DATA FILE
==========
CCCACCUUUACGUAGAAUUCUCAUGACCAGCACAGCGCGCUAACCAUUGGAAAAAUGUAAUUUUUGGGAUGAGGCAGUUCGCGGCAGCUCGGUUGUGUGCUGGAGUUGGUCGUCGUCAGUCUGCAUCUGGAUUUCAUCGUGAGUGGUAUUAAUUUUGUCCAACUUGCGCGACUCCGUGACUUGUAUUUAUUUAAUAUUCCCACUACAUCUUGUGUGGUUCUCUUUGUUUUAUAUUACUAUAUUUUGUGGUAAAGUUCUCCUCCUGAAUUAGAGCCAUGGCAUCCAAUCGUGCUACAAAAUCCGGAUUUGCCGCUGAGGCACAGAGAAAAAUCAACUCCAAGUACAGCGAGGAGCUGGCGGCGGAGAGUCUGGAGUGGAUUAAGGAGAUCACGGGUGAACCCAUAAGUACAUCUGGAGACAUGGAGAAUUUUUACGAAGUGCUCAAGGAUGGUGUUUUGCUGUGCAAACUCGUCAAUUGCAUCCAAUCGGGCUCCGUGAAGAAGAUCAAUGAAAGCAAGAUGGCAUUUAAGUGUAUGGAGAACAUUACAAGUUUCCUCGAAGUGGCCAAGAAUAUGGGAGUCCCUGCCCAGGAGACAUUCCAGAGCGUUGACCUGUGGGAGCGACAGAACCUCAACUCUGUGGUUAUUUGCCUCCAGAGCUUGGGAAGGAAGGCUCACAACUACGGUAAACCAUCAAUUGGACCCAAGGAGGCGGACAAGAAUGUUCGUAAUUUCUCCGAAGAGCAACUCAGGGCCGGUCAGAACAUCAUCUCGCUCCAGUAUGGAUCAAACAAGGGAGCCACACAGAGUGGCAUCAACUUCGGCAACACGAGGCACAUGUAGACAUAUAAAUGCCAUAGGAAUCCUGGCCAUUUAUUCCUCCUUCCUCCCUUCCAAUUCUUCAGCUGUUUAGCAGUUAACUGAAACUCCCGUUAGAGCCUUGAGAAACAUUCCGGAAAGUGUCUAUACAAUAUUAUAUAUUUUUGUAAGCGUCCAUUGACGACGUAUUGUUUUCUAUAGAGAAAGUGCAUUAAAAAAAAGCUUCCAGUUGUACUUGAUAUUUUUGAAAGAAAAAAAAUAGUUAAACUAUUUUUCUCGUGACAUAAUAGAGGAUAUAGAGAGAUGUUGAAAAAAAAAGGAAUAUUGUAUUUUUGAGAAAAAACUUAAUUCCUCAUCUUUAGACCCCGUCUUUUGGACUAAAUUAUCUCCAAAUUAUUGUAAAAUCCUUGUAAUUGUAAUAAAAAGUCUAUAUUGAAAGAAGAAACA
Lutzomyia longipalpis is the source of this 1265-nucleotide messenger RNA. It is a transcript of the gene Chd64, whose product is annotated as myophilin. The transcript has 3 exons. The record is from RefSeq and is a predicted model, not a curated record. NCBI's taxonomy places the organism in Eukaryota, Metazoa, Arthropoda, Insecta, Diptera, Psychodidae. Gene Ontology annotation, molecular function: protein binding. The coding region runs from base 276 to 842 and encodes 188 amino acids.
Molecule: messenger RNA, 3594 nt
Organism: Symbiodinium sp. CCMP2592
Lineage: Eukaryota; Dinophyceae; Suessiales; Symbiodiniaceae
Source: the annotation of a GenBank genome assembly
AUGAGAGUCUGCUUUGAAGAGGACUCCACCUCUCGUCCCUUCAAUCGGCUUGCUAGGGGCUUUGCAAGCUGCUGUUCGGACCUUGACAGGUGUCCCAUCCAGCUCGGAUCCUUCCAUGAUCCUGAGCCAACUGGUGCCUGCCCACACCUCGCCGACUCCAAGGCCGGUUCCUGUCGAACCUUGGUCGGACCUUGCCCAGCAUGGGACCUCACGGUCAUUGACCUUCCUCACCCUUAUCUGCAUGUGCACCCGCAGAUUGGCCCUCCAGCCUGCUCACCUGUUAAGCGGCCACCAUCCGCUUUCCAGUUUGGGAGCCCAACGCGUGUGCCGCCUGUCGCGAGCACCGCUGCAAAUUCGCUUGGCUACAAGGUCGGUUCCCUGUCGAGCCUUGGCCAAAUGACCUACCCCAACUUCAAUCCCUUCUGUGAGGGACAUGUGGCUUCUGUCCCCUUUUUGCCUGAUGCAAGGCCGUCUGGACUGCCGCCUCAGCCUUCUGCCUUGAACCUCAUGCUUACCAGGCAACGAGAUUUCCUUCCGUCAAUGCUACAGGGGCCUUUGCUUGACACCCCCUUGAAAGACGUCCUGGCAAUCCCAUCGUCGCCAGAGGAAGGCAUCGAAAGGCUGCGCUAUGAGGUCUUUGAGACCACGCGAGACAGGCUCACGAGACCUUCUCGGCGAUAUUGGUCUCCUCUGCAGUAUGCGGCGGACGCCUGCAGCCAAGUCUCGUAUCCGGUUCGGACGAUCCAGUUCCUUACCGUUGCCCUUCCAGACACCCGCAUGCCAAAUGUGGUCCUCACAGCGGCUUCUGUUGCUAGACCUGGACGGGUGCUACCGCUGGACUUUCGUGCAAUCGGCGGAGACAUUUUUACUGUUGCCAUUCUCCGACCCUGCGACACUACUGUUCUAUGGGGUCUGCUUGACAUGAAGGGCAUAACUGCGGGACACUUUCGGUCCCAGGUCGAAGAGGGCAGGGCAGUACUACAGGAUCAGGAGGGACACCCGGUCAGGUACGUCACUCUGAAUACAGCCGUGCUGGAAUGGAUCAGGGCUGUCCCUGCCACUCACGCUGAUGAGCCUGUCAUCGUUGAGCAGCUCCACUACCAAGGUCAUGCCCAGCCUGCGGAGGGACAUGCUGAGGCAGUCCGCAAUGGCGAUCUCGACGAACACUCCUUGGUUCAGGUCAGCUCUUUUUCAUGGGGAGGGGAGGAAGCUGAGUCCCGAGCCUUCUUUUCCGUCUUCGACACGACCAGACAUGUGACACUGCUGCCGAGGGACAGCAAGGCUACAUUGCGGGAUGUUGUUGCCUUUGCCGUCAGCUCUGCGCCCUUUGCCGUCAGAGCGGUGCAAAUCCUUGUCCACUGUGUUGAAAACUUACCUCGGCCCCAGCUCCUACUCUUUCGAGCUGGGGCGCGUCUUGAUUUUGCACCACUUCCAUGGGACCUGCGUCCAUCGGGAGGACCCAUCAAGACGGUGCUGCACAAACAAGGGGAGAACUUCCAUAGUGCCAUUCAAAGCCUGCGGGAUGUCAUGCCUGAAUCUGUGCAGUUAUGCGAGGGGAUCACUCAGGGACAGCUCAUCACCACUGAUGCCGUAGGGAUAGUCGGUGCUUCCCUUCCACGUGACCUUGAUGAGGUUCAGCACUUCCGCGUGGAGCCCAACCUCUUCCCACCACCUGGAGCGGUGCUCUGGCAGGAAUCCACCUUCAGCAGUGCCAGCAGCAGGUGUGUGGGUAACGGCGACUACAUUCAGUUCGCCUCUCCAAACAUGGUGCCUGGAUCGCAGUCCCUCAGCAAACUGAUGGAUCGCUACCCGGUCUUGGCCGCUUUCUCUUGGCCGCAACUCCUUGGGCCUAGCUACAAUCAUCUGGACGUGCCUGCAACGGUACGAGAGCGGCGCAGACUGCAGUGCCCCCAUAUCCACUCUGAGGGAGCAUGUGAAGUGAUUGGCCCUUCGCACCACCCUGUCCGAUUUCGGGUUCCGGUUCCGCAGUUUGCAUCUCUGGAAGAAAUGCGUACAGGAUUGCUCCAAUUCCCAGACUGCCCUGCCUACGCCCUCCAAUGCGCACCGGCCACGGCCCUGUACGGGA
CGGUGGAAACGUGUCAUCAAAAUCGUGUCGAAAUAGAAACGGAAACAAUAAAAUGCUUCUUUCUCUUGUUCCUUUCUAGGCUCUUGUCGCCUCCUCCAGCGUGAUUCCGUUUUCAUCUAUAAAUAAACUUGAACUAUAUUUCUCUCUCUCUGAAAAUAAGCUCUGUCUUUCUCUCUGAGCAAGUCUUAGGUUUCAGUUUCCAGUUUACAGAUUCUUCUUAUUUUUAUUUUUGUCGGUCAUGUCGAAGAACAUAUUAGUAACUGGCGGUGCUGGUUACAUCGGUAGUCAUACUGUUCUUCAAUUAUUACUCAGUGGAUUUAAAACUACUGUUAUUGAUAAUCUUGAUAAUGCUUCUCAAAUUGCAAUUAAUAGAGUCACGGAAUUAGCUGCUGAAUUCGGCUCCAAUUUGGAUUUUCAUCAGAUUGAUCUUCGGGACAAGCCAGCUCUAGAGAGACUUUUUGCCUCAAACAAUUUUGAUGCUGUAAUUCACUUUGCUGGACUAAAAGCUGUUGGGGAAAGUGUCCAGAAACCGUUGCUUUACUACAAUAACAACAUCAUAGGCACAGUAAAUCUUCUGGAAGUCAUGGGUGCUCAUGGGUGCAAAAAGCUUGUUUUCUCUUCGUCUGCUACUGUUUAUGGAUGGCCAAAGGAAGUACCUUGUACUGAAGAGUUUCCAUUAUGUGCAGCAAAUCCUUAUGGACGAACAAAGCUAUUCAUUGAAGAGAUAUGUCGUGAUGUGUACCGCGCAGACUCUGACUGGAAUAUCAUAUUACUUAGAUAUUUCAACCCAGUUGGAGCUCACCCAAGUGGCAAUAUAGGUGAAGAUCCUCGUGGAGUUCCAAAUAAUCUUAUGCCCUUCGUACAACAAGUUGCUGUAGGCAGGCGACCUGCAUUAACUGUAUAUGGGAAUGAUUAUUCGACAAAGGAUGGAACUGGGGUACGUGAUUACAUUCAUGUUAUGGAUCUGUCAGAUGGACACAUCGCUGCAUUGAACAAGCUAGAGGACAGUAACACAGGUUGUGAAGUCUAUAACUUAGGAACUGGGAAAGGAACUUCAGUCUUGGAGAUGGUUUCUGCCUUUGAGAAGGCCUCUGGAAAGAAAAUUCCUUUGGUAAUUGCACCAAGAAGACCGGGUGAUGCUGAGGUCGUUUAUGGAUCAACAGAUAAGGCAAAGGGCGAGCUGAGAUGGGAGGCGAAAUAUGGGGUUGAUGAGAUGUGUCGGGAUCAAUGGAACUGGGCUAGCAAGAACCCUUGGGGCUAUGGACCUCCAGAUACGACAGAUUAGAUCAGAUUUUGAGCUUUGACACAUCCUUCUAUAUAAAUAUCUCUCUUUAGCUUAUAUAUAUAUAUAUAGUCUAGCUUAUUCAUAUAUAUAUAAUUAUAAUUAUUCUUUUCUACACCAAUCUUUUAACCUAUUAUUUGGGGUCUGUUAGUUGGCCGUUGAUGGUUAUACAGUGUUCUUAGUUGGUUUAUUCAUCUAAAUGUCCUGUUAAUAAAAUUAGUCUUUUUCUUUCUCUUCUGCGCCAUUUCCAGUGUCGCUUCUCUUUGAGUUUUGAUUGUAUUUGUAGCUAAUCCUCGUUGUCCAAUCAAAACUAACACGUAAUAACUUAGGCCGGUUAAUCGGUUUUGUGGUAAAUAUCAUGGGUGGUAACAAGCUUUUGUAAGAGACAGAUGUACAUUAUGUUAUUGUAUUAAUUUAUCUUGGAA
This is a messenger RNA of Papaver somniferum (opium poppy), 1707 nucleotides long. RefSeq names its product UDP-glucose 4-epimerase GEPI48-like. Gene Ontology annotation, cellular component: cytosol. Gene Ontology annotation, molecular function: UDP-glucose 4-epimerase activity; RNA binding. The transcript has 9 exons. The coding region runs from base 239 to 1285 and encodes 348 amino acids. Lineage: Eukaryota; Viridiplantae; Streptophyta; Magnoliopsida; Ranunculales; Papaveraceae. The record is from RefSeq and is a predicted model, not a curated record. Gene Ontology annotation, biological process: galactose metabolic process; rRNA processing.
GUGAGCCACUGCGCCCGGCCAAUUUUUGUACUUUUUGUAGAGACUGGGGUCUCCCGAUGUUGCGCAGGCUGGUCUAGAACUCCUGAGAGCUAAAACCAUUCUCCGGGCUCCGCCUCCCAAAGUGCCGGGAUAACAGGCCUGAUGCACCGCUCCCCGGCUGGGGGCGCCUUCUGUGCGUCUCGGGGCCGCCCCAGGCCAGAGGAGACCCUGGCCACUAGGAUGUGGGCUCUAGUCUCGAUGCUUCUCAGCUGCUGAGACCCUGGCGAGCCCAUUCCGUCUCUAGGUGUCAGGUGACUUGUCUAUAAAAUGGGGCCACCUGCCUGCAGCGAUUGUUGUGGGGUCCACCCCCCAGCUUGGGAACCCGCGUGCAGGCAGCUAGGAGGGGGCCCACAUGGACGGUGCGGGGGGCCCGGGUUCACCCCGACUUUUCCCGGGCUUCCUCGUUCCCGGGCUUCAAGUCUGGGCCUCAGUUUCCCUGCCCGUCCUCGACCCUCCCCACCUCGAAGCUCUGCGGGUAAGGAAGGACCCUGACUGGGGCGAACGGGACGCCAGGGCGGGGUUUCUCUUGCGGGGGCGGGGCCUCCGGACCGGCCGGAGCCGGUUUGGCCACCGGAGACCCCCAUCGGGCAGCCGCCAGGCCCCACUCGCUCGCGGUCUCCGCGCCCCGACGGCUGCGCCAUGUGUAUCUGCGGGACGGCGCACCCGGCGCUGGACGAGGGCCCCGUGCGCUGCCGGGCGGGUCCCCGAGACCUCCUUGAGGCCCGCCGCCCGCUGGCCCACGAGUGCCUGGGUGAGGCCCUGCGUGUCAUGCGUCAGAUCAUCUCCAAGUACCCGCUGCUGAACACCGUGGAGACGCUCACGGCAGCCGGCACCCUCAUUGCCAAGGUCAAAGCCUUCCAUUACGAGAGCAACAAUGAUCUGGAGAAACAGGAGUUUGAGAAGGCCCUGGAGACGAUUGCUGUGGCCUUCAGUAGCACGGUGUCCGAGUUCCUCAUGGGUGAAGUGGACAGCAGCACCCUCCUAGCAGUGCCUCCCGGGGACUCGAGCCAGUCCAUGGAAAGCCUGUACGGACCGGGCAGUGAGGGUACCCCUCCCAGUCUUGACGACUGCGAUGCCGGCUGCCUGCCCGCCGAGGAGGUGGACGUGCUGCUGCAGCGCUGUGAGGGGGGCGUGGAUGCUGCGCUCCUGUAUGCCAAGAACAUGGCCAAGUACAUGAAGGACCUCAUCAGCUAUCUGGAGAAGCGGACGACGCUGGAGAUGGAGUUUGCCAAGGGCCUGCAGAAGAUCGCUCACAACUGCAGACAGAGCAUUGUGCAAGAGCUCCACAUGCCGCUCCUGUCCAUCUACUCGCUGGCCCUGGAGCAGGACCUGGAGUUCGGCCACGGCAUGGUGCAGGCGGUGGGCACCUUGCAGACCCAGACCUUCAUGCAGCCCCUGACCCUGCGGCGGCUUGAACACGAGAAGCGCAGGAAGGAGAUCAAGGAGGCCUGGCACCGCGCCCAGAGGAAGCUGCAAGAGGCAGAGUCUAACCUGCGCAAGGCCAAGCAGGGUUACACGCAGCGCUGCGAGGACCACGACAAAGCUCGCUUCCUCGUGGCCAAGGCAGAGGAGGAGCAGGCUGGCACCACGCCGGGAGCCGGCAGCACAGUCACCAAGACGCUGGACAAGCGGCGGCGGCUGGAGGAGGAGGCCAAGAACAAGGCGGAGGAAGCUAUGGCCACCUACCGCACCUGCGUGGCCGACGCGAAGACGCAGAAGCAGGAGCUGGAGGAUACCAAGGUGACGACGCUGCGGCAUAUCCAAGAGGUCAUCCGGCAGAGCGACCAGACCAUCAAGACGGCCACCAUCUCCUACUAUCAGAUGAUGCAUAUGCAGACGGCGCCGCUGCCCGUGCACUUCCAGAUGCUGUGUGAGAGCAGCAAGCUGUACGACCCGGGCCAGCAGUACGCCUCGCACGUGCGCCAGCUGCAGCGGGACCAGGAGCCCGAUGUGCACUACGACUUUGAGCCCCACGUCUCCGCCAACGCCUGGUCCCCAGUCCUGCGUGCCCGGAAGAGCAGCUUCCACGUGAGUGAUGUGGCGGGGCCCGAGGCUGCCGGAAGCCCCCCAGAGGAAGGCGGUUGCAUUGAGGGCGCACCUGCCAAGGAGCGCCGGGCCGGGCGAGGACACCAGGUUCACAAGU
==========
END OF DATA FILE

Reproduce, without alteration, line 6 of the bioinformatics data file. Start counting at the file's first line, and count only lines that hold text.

Source: the annotation of a GenBank genome assembly